On Saturday, Ben and Shira attended the Save the Bay Day organized by the Elizabeth River Project where they helped pick up trash along the Elizabeth River.
It's amazing how good doing mitzvot (good deeds) makes the children feel. I've built a strong anti-litter ethic in my kids and they often ask if they can don gloves and walk around the neighborhood picking up trash. They consider it being a good neighbor.
The first time they were introduced to this concept was when they were around three and we came across a neighbor's car that had been broken into. There was glass all over the road. This neighbor is elderly, so we swept up the glass for him. I find it fascinating how this simple act has stayed with the kids for all these years.
My anti-litter campaign has had interesting results. I forgot that 7 year olds see the world in black and white. The kids have now become passionate anti-litter campaigners and speak out loudly when they see littering happening.
Anyway, back to the Elizabeth River and the Chesapeake Bay. Here is what the Elizabeth River Project" has to say about the River.
To accommodate modern lives, not just in Portsmouth but also Norfolk, Chesapeake and Virginia Beach, the Elizabeth River started to be filled to two-thirds her normal width and dredged to twice her normal depth. Now what do you suppose has happened to the wetlands and shallows that once supported the abundant crabs and fish? Yes, our Elizabeth River has lost 50 percent of her tidal wetlands and her shores have been converted to concrete as much as six miles at a stretch. Wetlands are amazing ecosystems that help filter nitrogen, control erosion, serve as habitat and are as precious as coral reefs.
Into the 1900s, the harvest of oysters was banned due to contamination from sewage and is still banned today. And down the Southern Branch there is a site known as Money Point where wood treatment facilities coated the great timbers with tar, made into “creosote” and let it drip and wash into the river bottom. Now what’s the problem with that? Scientists say the creosote pooled on the bottom of the Elizabeth’s Southern Branch and represents some of the highest concentrations in the world --- and that’s associated with cancer in our fish and risks to human health.
Now for a bit of hope, early as 1940 your communities realized they wanted a healthy river, not just a great harbor. Hampton Roads Sanitation District began the job of managing your sewage. In 1991 four citizens founded the Elizabeth River Project around a kitchen table based on the belief that citizens, government and industry can work together, hand in hand, to achieve the balance of a healthy river and a healthy economy. Out of such an unusual idea was born a most powerful partnership. Today we see the powerful results on every shore, brought about by dozens of industries, government partners and ordinary citizens, rallying for your river’s restoration! The industrial stewards are called River Stars!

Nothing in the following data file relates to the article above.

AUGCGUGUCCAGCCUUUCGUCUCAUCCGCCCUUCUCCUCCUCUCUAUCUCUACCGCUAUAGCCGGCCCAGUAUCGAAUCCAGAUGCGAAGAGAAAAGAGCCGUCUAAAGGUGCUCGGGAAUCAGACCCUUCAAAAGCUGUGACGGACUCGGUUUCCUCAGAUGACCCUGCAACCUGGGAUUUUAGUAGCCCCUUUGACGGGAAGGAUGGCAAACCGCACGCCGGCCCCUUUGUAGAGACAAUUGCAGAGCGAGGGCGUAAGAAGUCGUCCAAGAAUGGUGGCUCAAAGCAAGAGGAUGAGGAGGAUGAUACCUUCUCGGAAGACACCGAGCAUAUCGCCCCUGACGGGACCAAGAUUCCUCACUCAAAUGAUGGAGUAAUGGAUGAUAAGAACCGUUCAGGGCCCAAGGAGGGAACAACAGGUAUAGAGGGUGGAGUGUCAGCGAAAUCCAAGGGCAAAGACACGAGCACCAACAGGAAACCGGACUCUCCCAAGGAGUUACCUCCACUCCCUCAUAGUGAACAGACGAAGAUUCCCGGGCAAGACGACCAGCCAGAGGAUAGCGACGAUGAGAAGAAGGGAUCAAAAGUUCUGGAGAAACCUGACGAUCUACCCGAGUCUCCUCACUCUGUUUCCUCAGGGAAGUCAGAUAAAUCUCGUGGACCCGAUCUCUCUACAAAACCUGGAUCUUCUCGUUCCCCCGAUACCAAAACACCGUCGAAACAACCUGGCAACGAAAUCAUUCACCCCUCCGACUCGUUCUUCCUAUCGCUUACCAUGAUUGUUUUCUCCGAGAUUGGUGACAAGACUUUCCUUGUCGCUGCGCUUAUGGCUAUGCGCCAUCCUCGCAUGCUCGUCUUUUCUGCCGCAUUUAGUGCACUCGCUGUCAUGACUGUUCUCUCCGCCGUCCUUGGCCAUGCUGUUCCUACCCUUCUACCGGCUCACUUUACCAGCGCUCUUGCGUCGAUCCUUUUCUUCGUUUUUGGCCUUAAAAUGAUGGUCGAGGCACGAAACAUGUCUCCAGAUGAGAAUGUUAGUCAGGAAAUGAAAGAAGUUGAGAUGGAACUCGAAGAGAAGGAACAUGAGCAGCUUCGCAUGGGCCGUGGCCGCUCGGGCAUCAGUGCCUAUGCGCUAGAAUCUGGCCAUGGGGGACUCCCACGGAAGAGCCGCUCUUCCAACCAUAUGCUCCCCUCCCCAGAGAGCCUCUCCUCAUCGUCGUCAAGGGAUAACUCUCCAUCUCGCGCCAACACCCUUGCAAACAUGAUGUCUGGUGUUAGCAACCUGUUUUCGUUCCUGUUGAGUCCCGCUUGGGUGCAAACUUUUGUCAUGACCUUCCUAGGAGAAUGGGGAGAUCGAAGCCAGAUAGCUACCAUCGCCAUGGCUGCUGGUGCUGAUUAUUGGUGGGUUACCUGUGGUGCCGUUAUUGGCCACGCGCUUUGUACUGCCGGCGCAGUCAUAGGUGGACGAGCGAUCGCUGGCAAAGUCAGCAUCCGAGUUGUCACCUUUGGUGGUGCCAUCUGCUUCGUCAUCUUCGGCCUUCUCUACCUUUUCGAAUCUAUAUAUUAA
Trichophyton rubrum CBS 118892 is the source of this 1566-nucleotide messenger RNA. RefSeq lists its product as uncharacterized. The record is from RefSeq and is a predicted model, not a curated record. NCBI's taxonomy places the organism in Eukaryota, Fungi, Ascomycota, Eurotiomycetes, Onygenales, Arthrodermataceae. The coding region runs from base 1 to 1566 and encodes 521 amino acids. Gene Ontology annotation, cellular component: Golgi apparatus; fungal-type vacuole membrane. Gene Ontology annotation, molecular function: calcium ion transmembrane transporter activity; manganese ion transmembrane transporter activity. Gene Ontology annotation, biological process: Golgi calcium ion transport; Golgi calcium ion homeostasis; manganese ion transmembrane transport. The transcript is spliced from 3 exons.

In 1999 the Norfolk Naval Station, the world’s largest naval base located at the mouth of our Elizabeth was named the first Model Level River Star with the Elizabeth River Project for voluntary progress reducing pollution and restoring vital habitat. Today we have 60 River Star industries participating, including almost every one of the largest industrial interests on the river, and this year alone they documented reducing pollution by 3.4 million pounds! Not only are today’s port facilities reducing pollution. They’re bringing back the green shore. In fact in 2004, one of our River Stars, Norfolk Naval Shipyard, actually won an award from the White House for restoring a wetland. The Naval shipyard wetlands are part of a project that the national head of the US Environmental Protection Agency has called a model for the nation!
And as for that nasty creosote creating fish cancer on the Southern Branch - the Elizabeth River Project is helping coordinate not one but three cleanup projects with public and private partners. Soon the goo will be gone from Elizabeth’s bottom! And what about the oysters that once each made a meal for early residents. Partners have restored more oyster reefs on the Elizabeth than anywhere on the Chesapeake Bay! One can look along the shore and you’ll see them growing today on every piling. In fact, by the year 2000, the Elizabeth River showed the MOST IMPROVING TRENDS for water quality on the entire Chesapeake Bay! But she still has a long way to go and each of us has a chance to be part of this legend.
The Elizabeth River Project is not the only organization working on rehabilitating the Bay.
Bob Vorth of the Virginia Institute of Marine Science (VIMS) has spearheaded a project that has planted 1,400 continuous acres of eel grass, the largest sea grass restoration in the world, in the Chesapeake Bay at the Eastern Shore. His objective this week is to capture about 20 million seeds from existing plants, cure them in a new facility just opened in the town of Oyster, and spread them around this fall in the coastal bays, as well as in the York and James rivers off the Chesapeake.
This is vital to the rehabilitation of the bay. As without grasses, the Bay lacks habitat for crabs and shellfish and does not breathe life-sustaining oxygen into the water as before.
You can read the entire article here.